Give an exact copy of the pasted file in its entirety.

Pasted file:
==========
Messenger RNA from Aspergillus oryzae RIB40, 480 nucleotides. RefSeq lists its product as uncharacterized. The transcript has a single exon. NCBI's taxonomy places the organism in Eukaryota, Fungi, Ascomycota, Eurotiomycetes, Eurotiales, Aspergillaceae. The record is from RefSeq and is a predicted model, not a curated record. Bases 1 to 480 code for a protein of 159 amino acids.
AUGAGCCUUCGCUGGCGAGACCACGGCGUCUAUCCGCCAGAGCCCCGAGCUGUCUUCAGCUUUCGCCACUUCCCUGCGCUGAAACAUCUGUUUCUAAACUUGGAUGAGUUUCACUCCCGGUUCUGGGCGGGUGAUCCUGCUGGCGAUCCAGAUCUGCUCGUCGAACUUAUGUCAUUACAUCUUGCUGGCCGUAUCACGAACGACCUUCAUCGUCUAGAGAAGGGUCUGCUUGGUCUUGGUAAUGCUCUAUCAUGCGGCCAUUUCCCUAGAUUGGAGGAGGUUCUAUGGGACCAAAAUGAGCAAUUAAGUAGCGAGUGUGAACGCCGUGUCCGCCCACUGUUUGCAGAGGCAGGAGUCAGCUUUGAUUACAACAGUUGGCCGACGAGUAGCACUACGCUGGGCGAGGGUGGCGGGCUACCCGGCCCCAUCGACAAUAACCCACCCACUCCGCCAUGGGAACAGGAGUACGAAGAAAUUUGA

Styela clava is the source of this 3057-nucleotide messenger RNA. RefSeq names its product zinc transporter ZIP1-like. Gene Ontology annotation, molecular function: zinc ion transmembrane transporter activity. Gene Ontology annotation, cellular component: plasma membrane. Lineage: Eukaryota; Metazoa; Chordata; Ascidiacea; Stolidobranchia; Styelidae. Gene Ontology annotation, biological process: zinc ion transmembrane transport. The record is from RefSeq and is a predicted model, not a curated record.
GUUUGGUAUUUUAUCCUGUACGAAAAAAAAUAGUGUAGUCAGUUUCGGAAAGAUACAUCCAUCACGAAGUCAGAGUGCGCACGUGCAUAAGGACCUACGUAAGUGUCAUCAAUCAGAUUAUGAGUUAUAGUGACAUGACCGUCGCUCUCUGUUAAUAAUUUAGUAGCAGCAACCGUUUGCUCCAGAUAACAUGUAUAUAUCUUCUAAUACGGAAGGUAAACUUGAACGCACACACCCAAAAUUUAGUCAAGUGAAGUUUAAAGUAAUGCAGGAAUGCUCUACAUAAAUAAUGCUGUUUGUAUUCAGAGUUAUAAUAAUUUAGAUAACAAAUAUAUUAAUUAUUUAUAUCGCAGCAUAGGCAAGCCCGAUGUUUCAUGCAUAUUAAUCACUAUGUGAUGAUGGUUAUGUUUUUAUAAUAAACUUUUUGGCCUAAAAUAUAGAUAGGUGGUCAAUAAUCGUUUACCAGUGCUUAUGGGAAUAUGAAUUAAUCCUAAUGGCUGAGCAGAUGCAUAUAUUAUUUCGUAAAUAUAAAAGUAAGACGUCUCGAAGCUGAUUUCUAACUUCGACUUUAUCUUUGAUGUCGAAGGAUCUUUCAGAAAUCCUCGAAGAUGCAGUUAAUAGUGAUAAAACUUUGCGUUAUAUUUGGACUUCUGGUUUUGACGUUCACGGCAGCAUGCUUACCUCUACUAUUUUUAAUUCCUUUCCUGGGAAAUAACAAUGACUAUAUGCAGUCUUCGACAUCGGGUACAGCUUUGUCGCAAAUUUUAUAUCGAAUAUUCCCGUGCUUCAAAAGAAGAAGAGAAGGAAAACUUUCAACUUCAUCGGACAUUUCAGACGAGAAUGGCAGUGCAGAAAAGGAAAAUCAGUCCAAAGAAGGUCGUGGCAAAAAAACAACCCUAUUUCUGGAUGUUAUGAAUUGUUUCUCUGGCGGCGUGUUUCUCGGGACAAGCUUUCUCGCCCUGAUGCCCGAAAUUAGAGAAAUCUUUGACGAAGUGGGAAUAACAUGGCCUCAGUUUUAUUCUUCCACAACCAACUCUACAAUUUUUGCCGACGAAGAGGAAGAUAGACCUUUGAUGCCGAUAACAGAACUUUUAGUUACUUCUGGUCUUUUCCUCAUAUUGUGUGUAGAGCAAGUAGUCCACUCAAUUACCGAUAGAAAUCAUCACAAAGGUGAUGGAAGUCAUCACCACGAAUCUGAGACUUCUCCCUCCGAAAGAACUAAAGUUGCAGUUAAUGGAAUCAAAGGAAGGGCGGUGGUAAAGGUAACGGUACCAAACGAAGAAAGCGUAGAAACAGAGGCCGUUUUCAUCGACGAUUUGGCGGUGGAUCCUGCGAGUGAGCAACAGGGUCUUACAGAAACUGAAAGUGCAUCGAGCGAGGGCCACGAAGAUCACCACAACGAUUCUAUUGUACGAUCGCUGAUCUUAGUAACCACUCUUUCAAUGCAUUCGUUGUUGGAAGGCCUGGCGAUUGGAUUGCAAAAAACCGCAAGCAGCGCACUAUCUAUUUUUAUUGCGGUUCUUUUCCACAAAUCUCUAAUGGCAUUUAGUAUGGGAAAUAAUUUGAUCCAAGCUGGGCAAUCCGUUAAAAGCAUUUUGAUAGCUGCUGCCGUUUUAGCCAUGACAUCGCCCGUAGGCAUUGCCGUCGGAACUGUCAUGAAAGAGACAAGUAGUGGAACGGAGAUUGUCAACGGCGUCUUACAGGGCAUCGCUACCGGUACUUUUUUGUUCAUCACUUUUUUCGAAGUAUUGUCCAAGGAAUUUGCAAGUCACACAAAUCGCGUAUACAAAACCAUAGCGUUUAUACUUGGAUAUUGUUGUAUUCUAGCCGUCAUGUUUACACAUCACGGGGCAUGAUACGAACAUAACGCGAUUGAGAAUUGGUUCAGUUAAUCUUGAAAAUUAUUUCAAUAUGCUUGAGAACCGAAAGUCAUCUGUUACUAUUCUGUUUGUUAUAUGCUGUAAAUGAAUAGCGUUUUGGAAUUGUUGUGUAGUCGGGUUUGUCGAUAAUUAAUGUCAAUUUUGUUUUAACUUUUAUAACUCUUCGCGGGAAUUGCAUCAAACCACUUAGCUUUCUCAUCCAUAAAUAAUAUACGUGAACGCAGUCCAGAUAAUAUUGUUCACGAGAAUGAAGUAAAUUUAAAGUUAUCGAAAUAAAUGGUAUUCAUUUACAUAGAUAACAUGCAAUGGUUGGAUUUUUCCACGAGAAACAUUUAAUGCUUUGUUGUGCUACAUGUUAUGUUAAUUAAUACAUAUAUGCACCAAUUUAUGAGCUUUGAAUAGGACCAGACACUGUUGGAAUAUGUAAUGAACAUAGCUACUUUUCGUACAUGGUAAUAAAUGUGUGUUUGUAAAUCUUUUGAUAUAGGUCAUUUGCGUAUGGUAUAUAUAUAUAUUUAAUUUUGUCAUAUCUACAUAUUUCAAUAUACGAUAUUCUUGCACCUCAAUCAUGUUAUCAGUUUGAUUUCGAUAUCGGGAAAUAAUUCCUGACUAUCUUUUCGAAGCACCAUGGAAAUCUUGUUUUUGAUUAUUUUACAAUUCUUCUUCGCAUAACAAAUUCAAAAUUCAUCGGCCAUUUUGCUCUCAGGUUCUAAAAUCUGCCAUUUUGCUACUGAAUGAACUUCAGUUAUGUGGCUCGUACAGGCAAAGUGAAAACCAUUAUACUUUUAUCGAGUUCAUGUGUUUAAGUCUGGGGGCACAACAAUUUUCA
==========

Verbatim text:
Messenger RNA from Aspergillus oryzae RIB40, 480 nucleotides. RefSeq lists its product as uncharacterized. The transcript has a single exon. NCBI's taxonomy places the organism in Eukaryota, Fungi, Ascomycota, Eurotiomycetes, Eurotiales, Aspergillaceae. The record is from RefSeq and is a predicted model, not a curated record. Bases 1 to 480 code for a protein of 159 amino acids.
AUGAGCCUUCGCUGGCGAGACCACGGCGUCUAUCCGCCAGAGCCCCGAGCUGUCUUCAGCUUUCGCCACUUCCCUGCGCUGAAACAUCUGUUUCUAAACUUGGAUGAGUUUCACUCCCGGUUCUGGGCGGGUGAUCCUGCUGGCGAUCCAGAUCUGCUCGUCGAACUUAUGUCAUUACAUCUUGCUGGCCGUAUCACGAACGACCUUCAUCGUCUAGAGAAGGGUCUGCUUGGUCUUGGUAAUGCUCUAUCAUGCGGCCAUUUCCCUAGAUUGGAGGAGGUUCUAUGGGACCAAAAUGAGCAAUUAAGUAGCGAGUGUGAACGCCGUGUCCGCCCACUGUUUGCAGAGGCAGGAGUCAGCUUUGAUUACAACAGUUGGCCGACGAGUAGCACUACGCUGGGCGAGGGUGGCGGGCUACCCGGCCCCAUCGACAAUAACCCACCCACUCCGCCAUGGGAACAGGAGUACGAAGAAAUUUGA

Styela clava is the source of this 3057-nucleotide messenger RNA. RefSeq names its product zinc transporter ZIP1-like. Gene Ontology annotation, molecular function: zinc ion transmembrane transporter activity. Gene Ontology annotation, cellular component: plasma membrane. Lineage: Eukaryota; Metazoa; Chordata; Ascidiacea; Stolidobranchia; Styelidae. Gene Ontology annotation, biological process: zinc ion transmembrane transport. The record is from RefSeq and is a predicted model, not a curated record.
GUUUGGUAUUUUAUCCUGUACGAAAAAAAAUAGUGUAGUCAGUUUCGGAAAGAUACAUCCAUCACGAAGUCAGAGUGCGCACGUGCAUAAGGACCUACGUAAGUGUCAUCAAUCAGAUUAUGAGUUAUAGUGACAUGACCGUCGCUCUCUGUUAAUAAUUUAGUAGCAGCAACCGUUUGCUCCAGAUAACAUGUAUAUAUCUUCUAAUACGGAAGGUAAACUUGAACGCACACACCCAAAAUUUAGUCAAGUGAAGUUUAAAGUAAUGCAGGAAUGCUCUACAUAAAUAAUGCUGUUUGUAUUCAGAGUUAUAAUAAUUUAGAUAACAAAUAUAUUAAUUAUUUAUAUCGCAGCAUAGGCAAGCCCGAUGUUUCAUGCAUAUUAAUCACUAUGUGAUGAUGGUUAUGUUUUUAUAAUAAACUUUUUGGCCUAAAAUAUAGAUAGGUGGUCAAUAAUCGUUUACCAGUGCUUAUGGGAAUAUGAAUUAAUCCUAAUGGCUGAGCAGAUGCAUAUAUUAUUUCGUAAAUAUAAAAGUAAGACGUCUCGAAGCUGAUUUCUAACUUCGACUUUAUCUUUGAUGUCGAAGGAUCUUUCAGAAAUCCUCGAAGAUGCAGUUAAUAGUGAUAAAACUUUGCGUUAUAUUUGGACUUCUGGUUUUGACGUUCACGGCAGCAUGCUUACCUCUACUAUUUUUAAUUCCUUUCCUGGGAAAUAACAAUGACUAUAUGCAGUCUUCGACAUCGGGUACAGCUUUGUCGCAAAUUUUAUAUCGAAUAUUCCCGUGCUUCAAAAGAAGAAGAGAAGGAAAACUUUCAACUUCAUCGGACAUUUCAGACGAGAAUGGCAGUGCAGAAAAGGAAAAUCAGUCCAAAGAAGGUCGUGGCAAAAAAACAACCCUAUUUCUGGAUGUUAUGAAUUGUUUCUCUGGCGGCGUGUUUCUCGGGACAAGCUUUCUCGCCCUGAUGCCCGAAAUUAGAGAAAUCUUUGACGAAGUGGGAAUAACAUGGCCUCAGUUUUAUUCUUCCACAACCAACUCUACAAUUUUUGCCGACGAAGAGGAAGAUAGACCUUUGAUGCCGAUAACAGAACUUUUAGUUACUUCUGGUCUUUUCCUCAUAUUGUGUGUAGAGCAAGUAGUCCACUCAAUUACCGAUAGAAAUCAUCACAAAGGUGAUGGAAGUCAUCACCACGAAUCUGAGACUUCUCCCUCCGAAAGAACUAAAGUUGCAGUUAAUGGAAUCAAAGGAAGGGCGGUGGUAAAGGUAACGGUACCAAACGAAGAAAGCGUAGAAACAGAGGCCGUUUUCAUCGACGAUUUGGCGGUGGAUCCUGCGAGUGAGCAACAGGGUCUUACAGAAACUGAAAGUGCAUCGAGCGAGGGCCACGAAGAUCACCACAACGAUUCUAUUGUACGAUCGCUGAUCUUAGUAACCACUCUUUCAAUGCAUUCGUUGUUGGAAGGCCUGGCGAUUGGAUUGCAAAAAACCGCAAGCAGCGCACUAUCUAUUUUUAUUGCGGUUCUUUUCCACAAAUCUCUAAUGGCAUUUAGUAUGGGAAAUAAUUUGAUCCAAGCUGGGCAAUCCGUUAAAAGCAUUUUGAUAGCUGCUGCCGUUUUAGCCAUGACAUCGCCCGUAGGCAUUGCCGUCGGAACUGUCAUGAAAGAGACAAGUAGUGGAACGGAGAUUGUCAACGGCGUCUUACAGGGCAUCGCUACCGGUACUUUUUUGUUCAUCACUUUUUUCGAAGUAUUGUCCAAGGAAUUUGCAAGUCACACAAAUCGCGUAUACAAAACCAUAGCGUUUAUACUUGGAUAUUGUUGUAUUCUAGCCGUCAUGUUUACACAUCACGGGGCAUGAUACGAACAUAACGCGAUUGAGAAUUGGUUCAGUUAAUCUUGAAAAUUAUUUCAAUAUGCUUGAGAACCGAAAGUCAUCUGUUACUAUUCUGUUUGUUAUAUGCUGUAAAUGAAUAGCGUUUUGGAAUUGUUGUGUAGUCGGGUUUGUCGAUAAUUAAUGUCAAUUUUGUUUUAACUUUUAUAACUCUUCGCGGGAAUUGCAUCAAACCACUUAGCUUUCUCAUCCAUAAAUAAUAUACGUGAACGCAGUCCAGAUAAUAUUGUUCACGAGAAUGAAGUAAAUUUAAAGUUAUCGAAAUAAAUGGUAUUCAUUUACAUAGAUAACAUGCAAUGGUUGGAUUUUUCCACGAGAAACAUUUAAUGCUUUGUUGUGCUACAUGUUAUGUUAAUUAAUACAUAUAUGCACCAAUUUAUGAGCUUUGAAUAGGACCAGACACUGUUGGAAUAUGUAAUGAACAUAGCUACUUUUCGUACAUGGUAAUAAAUGUGUGUUUGUAAAUCUUUUGAUAUAGGUCAUUUGCGUAUGGUAUAUAUAUAUAUUUAAUUUUGUCAUAUCUACAUAUUUCAAUAUACGAUAUUCUUGCACCUCAAUCAUGUUAUCAGUUUGAUUUCGAUAUCGGGAAAUAAUUCCUGACUAUCUUUUCGAAGCACCAUGGAAAUCUUGUUUUUGAUUAUUUUACAAUUCUUCUUCGCAUAACAAAUUCAAAAUUCAUCGGCCAUUUUGCUCUCAGGUUCUAAAAUCUGCCAUUUUGCUACUGAAUGAACUUCAGUUAUGUGGCUCGUACAGGCAAAGUGAAAACCAUUAUACUUUUAUCGAGUUCAUGUGUUUAAGUCUGGGGGCACAACAAUUUUCA